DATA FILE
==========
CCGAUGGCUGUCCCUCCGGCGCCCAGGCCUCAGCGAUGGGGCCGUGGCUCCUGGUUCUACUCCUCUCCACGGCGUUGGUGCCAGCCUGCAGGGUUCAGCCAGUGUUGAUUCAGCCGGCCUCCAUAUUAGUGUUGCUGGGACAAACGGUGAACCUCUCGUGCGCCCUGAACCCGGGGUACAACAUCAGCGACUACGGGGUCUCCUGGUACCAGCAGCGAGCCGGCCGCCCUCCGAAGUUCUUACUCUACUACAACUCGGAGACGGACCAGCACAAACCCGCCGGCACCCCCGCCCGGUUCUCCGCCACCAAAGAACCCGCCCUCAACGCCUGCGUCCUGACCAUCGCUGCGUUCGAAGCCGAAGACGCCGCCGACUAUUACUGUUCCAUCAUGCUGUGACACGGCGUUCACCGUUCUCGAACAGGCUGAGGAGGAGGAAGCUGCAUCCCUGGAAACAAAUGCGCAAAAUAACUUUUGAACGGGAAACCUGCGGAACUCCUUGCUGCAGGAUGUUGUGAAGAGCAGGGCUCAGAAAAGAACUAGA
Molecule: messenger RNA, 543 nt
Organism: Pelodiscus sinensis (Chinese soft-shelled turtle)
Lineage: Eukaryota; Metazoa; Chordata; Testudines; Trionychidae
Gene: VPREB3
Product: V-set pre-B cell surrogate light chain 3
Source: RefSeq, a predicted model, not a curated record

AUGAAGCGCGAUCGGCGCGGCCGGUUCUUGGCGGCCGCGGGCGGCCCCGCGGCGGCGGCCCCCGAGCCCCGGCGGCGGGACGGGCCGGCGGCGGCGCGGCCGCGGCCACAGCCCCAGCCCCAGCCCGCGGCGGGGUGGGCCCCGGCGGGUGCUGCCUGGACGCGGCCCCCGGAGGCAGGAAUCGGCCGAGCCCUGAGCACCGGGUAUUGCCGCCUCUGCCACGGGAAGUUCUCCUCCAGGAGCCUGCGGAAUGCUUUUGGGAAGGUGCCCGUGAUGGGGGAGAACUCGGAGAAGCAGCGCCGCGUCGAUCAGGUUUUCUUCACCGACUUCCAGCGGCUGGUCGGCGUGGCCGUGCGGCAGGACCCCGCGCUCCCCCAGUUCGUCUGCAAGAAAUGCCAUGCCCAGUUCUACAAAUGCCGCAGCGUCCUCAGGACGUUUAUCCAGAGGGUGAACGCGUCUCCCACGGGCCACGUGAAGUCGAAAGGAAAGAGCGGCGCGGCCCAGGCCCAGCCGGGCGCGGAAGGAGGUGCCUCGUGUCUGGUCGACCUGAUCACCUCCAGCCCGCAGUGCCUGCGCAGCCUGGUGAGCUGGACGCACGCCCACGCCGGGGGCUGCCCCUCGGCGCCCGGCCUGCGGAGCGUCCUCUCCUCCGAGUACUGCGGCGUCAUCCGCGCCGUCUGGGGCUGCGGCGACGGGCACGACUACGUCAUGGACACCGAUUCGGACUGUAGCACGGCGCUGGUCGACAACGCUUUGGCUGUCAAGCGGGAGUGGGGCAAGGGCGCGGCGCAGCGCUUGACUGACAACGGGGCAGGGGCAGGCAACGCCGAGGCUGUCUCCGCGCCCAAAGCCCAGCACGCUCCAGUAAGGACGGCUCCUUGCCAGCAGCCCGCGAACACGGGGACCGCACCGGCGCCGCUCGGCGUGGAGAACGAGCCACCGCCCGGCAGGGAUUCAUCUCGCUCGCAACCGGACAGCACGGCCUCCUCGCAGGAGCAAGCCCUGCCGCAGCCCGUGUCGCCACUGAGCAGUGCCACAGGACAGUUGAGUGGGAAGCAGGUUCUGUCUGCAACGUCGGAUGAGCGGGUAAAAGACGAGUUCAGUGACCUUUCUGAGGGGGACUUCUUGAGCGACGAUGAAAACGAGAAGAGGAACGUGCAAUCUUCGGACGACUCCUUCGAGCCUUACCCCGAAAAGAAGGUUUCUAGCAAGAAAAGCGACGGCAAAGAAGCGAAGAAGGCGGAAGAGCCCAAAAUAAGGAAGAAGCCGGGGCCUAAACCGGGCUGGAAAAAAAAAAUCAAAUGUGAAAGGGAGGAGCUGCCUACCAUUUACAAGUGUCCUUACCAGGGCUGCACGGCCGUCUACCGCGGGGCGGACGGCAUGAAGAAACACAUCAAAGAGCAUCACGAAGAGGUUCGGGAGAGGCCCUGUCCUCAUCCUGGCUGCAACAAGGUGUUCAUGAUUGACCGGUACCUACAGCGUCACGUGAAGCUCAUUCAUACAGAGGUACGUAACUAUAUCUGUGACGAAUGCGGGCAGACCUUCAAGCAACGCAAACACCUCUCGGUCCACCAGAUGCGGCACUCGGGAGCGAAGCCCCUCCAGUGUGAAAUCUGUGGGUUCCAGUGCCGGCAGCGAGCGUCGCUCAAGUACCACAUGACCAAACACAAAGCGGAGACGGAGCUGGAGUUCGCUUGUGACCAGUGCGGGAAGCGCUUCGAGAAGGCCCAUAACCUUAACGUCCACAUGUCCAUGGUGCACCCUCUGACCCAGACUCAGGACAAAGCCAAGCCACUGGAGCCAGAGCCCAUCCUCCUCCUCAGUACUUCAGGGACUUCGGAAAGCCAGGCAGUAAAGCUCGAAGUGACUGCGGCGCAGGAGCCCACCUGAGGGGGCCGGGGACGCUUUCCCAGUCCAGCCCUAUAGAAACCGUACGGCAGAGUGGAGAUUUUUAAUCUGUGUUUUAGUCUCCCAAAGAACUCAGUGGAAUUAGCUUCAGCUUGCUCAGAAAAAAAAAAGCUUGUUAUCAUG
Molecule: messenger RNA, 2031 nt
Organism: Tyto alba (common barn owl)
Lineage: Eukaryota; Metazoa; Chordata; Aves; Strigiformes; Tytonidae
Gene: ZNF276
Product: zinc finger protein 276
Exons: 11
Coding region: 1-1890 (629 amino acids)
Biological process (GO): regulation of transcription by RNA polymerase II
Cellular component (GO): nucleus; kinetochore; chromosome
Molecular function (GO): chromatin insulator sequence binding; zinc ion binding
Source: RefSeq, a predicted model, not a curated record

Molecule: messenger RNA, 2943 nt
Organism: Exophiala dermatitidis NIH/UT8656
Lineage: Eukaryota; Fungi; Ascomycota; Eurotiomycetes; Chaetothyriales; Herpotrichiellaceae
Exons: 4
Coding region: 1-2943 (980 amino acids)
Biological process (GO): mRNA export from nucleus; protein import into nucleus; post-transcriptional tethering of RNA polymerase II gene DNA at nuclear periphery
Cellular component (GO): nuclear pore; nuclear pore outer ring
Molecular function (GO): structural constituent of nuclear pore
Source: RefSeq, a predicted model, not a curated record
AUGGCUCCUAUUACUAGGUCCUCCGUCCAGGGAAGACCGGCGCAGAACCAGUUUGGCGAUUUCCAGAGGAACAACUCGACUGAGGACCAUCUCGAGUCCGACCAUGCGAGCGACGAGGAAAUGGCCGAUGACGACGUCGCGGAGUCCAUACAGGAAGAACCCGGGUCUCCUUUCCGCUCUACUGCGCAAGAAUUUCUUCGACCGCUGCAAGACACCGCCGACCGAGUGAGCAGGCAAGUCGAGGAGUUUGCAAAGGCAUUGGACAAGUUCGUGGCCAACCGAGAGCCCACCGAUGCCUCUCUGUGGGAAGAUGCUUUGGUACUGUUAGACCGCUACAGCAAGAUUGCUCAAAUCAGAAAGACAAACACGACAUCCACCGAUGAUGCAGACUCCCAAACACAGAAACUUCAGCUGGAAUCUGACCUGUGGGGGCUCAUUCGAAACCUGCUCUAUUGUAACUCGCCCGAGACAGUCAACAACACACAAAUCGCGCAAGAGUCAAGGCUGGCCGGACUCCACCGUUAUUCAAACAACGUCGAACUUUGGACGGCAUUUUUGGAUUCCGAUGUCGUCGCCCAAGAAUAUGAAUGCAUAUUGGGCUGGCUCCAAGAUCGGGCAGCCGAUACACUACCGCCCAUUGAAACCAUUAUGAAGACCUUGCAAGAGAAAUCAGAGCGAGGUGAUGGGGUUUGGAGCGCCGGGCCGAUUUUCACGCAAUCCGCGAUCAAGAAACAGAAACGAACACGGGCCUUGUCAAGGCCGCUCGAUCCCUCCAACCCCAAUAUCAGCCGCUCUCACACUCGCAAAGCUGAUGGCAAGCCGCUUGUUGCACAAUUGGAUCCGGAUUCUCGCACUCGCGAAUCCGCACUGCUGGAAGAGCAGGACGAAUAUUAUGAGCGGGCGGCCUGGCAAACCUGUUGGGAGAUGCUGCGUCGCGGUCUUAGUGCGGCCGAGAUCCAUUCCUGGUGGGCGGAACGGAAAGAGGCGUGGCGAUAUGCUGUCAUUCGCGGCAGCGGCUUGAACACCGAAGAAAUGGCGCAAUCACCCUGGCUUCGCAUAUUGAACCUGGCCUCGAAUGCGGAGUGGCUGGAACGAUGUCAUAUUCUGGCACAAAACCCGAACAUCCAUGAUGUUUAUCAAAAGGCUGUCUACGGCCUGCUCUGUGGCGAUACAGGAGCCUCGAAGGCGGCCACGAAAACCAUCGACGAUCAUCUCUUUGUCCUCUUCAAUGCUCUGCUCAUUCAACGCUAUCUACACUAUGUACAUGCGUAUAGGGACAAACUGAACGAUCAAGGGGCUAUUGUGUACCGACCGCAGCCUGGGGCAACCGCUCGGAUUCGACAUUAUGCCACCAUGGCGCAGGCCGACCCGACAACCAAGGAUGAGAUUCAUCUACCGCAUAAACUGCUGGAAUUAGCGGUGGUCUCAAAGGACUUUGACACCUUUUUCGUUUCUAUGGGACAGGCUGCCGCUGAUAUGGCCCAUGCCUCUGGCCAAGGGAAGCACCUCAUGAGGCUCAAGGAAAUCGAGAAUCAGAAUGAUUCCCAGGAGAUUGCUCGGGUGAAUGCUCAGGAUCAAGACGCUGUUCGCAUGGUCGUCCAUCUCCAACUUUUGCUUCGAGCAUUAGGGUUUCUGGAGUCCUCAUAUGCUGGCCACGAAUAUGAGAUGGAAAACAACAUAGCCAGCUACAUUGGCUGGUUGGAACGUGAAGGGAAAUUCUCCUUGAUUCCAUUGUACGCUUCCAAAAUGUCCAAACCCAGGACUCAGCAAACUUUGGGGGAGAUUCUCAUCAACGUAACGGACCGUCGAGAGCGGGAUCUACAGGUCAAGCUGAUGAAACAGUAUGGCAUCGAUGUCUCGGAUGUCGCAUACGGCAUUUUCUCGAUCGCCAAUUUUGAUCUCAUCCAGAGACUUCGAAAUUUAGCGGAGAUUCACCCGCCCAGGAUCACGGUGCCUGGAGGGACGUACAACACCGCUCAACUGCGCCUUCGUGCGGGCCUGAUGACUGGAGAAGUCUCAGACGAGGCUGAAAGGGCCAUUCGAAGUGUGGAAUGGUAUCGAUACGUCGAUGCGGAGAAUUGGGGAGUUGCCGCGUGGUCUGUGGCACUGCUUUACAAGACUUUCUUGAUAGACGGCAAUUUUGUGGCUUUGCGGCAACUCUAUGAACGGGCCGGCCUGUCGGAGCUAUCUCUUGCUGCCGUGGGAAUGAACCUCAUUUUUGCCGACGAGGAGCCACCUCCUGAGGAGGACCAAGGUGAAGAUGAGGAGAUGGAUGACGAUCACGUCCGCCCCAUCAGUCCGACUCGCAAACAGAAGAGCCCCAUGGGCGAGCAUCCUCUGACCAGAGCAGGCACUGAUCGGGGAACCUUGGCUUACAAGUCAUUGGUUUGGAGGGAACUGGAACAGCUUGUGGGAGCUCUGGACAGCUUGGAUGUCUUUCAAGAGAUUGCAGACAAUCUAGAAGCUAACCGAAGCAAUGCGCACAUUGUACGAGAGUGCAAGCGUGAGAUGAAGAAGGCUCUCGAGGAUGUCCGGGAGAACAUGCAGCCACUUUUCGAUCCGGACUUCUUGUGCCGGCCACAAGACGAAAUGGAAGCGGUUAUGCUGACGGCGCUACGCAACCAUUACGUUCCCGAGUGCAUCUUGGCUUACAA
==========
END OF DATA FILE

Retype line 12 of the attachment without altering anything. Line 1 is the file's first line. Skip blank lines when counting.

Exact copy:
Gene: ZNF276